Expats in Kampot fearing inundation by Chinese developers

Expats in Kampot fearing inundation by Chinese developers

Expats in Kampot fearing inundation by Chinese developers

Many would-be expats who’d decided to make the move to Cambodia are now fearing a Chinese takeover of Kampot.

Cambodia is fast sliding up the scale of popular destinations for expats, particularly those looking for a peaceful retirement in a Southeast Asian country which welcomes strangers from across the world. A decade or so ago, Sihanoukville was the destination of choice, with many new arrivals choosing to buy their homes or even have them new-built by one enterprising expat architect who’d seen the opportunity for a successful start-up business. For some years, the expat community continued to grow, the beaches remained pristine and the little local bars and eateries did great business, with everyone enjoying their new lives – until the worst happened.

Sihanoukville’s port is the only one in the region, a fact soon realised by Chinese developers who moved in and literally took over the town, at first encouraged by locals whose homes and businesses suddenly shot up in price. Nowadays, the once favourite holiday spot for Cambodians as well as expats is a wreck with dozens of casinos, street violence and piles of rubble and rubbish. The long-term expats who’d thought they’ve found paradise on earth soon moved on, along with those still in the planning stages. Kampot with its Old Town was the favoured replacement destination along with Kep, a few miles down the coast,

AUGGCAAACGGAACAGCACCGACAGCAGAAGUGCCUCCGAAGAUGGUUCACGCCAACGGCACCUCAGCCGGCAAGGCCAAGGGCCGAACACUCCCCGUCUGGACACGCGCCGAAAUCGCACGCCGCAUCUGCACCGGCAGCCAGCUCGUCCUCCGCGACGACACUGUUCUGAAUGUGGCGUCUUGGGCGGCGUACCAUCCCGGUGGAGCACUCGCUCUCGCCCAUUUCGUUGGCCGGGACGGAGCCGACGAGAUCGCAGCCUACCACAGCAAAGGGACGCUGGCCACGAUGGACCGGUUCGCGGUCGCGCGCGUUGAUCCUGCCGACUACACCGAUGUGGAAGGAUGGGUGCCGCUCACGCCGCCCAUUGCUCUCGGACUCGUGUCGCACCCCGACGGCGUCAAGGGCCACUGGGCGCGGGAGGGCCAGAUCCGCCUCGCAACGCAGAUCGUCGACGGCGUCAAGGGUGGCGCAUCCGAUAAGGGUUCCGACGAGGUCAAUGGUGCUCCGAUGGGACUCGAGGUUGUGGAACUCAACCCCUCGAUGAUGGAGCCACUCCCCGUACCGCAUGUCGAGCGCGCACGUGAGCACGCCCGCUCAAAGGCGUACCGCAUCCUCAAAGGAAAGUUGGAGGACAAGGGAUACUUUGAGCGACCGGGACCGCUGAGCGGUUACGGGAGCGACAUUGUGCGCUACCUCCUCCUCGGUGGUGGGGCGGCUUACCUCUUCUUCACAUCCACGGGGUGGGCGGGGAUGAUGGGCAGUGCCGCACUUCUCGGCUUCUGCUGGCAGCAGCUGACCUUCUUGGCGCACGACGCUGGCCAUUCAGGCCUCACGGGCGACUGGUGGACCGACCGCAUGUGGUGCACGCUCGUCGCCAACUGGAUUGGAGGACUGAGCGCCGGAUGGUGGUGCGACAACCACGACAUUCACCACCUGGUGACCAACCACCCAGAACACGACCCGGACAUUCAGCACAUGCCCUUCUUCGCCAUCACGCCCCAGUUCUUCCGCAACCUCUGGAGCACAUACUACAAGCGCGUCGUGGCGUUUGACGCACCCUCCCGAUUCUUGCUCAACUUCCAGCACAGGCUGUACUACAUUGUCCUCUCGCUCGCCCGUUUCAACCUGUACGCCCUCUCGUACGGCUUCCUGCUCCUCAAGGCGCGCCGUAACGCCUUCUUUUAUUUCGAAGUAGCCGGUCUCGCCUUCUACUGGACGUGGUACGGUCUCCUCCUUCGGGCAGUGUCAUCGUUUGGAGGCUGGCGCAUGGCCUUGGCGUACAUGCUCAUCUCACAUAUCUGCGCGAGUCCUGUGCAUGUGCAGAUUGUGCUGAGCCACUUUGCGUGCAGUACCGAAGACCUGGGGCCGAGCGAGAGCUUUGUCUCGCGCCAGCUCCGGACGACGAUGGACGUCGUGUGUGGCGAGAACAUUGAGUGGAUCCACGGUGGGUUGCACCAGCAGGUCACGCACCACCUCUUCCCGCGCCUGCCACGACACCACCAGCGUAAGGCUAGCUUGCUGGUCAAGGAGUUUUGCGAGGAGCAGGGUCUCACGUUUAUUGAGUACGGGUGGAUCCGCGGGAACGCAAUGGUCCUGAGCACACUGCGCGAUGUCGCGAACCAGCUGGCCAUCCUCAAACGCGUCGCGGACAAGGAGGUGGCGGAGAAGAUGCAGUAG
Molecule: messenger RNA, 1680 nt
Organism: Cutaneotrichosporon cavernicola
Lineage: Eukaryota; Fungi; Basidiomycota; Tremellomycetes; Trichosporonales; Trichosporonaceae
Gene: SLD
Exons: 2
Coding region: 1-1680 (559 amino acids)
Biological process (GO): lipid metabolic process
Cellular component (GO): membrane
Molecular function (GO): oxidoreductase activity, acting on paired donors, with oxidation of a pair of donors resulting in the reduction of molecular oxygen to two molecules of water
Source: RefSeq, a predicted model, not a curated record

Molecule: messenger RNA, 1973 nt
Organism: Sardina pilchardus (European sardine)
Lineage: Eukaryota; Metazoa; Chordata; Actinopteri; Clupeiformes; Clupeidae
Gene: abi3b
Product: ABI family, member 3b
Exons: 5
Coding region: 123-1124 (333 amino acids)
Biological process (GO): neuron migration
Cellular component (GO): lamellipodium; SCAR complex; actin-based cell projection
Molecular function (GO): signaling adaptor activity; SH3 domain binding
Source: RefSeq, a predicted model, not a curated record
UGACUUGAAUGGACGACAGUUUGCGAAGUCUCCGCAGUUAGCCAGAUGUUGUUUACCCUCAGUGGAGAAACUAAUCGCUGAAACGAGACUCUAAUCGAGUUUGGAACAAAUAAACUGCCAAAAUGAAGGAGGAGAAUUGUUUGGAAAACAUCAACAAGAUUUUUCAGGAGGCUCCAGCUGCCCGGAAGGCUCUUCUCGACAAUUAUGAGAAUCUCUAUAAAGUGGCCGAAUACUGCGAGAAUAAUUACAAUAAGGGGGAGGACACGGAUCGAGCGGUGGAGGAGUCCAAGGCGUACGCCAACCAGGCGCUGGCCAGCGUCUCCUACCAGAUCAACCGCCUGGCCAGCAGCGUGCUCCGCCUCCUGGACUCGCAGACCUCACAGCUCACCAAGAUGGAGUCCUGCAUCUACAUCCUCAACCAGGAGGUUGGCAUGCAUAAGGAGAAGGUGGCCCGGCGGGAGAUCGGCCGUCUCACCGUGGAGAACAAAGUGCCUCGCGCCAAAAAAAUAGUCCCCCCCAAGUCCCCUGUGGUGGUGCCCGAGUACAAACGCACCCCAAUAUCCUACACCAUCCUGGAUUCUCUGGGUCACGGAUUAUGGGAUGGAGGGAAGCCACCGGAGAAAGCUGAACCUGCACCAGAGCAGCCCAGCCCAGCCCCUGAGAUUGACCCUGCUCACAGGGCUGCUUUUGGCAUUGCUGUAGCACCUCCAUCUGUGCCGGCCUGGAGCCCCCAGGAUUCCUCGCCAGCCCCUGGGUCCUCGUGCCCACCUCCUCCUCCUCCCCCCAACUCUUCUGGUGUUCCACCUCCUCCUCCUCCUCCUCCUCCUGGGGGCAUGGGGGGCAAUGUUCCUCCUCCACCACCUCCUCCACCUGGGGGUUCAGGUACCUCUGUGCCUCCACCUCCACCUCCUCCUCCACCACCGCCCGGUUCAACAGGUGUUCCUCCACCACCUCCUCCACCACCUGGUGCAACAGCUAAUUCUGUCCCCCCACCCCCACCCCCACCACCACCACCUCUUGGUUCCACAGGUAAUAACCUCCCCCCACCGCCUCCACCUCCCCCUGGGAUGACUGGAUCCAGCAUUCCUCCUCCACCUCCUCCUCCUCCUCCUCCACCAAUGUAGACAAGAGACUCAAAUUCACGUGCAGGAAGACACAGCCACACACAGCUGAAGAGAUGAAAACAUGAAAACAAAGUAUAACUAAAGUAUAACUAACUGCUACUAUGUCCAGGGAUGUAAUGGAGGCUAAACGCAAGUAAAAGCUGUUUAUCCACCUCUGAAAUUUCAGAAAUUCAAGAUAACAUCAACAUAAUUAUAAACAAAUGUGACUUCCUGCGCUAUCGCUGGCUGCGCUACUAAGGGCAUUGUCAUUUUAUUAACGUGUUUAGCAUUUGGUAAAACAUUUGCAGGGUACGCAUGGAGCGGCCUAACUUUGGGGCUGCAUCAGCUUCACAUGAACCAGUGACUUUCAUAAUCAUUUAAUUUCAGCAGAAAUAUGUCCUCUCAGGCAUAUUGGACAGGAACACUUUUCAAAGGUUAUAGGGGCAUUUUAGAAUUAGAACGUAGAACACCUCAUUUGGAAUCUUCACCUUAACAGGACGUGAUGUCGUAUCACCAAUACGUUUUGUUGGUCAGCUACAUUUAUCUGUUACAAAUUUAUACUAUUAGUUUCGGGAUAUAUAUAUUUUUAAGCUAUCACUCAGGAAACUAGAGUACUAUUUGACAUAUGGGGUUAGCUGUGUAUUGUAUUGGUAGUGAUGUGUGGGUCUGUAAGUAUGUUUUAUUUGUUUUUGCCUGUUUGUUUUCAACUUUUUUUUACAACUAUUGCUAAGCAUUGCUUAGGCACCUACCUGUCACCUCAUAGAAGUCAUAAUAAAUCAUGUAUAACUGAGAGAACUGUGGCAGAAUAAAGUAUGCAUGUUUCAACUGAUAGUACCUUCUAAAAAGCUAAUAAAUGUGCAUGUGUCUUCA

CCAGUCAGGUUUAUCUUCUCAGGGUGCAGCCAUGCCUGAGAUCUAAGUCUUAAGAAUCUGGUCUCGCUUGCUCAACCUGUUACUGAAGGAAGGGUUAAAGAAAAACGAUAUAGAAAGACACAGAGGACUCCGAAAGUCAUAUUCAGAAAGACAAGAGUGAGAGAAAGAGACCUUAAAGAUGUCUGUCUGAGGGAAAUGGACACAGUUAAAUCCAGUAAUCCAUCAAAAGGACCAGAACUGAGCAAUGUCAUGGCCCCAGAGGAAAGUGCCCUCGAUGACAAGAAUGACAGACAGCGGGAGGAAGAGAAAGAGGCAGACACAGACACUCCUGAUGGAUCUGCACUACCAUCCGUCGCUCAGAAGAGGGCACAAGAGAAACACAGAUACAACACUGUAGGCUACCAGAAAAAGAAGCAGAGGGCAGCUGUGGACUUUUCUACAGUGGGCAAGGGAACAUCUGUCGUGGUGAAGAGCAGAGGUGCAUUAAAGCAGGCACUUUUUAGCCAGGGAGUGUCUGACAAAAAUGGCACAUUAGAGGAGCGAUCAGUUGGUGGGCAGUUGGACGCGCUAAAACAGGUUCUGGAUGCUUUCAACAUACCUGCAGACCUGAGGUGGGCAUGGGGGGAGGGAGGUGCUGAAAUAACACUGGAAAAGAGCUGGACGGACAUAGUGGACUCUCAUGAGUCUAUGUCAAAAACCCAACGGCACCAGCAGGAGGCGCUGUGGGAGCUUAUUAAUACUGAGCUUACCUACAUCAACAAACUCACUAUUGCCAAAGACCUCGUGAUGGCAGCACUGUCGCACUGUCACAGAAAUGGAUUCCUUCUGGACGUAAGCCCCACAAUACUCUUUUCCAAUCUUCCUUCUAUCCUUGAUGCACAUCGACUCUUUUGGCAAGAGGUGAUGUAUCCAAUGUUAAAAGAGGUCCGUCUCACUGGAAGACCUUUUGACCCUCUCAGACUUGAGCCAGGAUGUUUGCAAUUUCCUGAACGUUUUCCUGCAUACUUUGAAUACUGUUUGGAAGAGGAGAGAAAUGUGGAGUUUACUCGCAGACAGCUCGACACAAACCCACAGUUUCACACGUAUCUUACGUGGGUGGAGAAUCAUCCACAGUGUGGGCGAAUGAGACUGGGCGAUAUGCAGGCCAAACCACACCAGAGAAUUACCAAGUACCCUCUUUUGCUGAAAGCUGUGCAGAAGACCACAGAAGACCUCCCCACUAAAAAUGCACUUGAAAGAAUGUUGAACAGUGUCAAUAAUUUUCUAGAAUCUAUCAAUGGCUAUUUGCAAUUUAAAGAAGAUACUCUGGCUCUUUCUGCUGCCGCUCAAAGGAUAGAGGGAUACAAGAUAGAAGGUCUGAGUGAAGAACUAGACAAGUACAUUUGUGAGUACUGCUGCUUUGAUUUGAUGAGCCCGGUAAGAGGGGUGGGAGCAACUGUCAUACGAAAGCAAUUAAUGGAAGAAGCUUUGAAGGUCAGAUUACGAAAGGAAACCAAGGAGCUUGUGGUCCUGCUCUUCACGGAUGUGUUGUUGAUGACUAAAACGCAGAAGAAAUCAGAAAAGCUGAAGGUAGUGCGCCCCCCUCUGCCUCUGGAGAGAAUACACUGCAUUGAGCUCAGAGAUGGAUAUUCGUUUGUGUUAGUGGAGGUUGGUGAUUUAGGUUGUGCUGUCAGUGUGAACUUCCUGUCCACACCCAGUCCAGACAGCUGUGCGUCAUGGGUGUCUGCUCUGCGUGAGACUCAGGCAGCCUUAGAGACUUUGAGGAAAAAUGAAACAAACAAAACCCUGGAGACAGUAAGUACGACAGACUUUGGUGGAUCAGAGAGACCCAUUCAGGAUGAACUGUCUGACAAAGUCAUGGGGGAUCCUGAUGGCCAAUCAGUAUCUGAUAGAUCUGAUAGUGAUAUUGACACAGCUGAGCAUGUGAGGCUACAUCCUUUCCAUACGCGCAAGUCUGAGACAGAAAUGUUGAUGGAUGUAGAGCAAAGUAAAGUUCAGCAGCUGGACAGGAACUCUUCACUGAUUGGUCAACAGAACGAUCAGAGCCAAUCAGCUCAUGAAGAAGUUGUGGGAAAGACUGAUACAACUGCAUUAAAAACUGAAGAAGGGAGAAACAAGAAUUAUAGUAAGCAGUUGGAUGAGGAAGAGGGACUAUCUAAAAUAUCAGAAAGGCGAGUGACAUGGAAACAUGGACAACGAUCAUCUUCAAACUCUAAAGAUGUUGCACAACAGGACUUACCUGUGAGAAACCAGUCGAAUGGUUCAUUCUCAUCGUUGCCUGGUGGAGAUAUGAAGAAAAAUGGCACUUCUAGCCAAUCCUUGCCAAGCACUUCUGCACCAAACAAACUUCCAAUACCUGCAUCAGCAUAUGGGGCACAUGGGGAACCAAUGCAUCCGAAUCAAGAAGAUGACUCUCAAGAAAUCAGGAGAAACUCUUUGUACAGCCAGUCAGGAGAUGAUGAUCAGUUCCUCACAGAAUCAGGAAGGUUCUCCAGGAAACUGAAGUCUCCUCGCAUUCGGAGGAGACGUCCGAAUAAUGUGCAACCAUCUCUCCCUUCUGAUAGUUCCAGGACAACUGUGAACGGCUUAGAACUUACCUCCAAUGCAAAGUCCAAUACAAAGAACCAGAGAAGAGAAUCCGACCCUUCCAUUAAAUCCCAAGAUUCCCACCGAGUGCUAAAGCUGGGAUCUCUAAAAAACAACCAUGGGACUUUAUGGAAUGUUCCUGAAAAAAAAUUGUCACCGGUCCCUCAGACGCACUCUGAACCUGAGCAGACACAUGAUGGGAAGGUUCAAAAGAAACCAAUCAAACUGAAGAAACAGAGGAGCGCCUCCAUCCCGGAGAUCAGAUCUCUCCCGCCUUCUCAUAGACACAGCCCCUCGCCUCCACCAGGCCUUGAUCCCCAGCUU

Set on the mouth of a river and still traditional in many ways, Kampot welcomed the new arrivals, helping them settle down and start again. Several years later, expat resident are beginning to get just a little nervous, as rumours of a similar Chinese invasion begun to spread. According to sources in the know, the Chinese are now taking over buildings holding rental apartments and kicking out the tenants, and have also been given permits to either convert or build 10 casinos.

It’s true that Chinese emigrants have been living in Kampot for over two centuries, as they have almost everywhere in Southeast Asia, but modern-day Chinese investment including the massive deep sea port and a hydro dam suggests more Chinese involvement than is yet realised. The one positive in this threat to yet another Cambodian city is Kampot’s still-pending UNESCO World Heritage application for its Old Town, if the Chinese decide to respect it and relocate away from at least this part of their traditional imperial ambitions.

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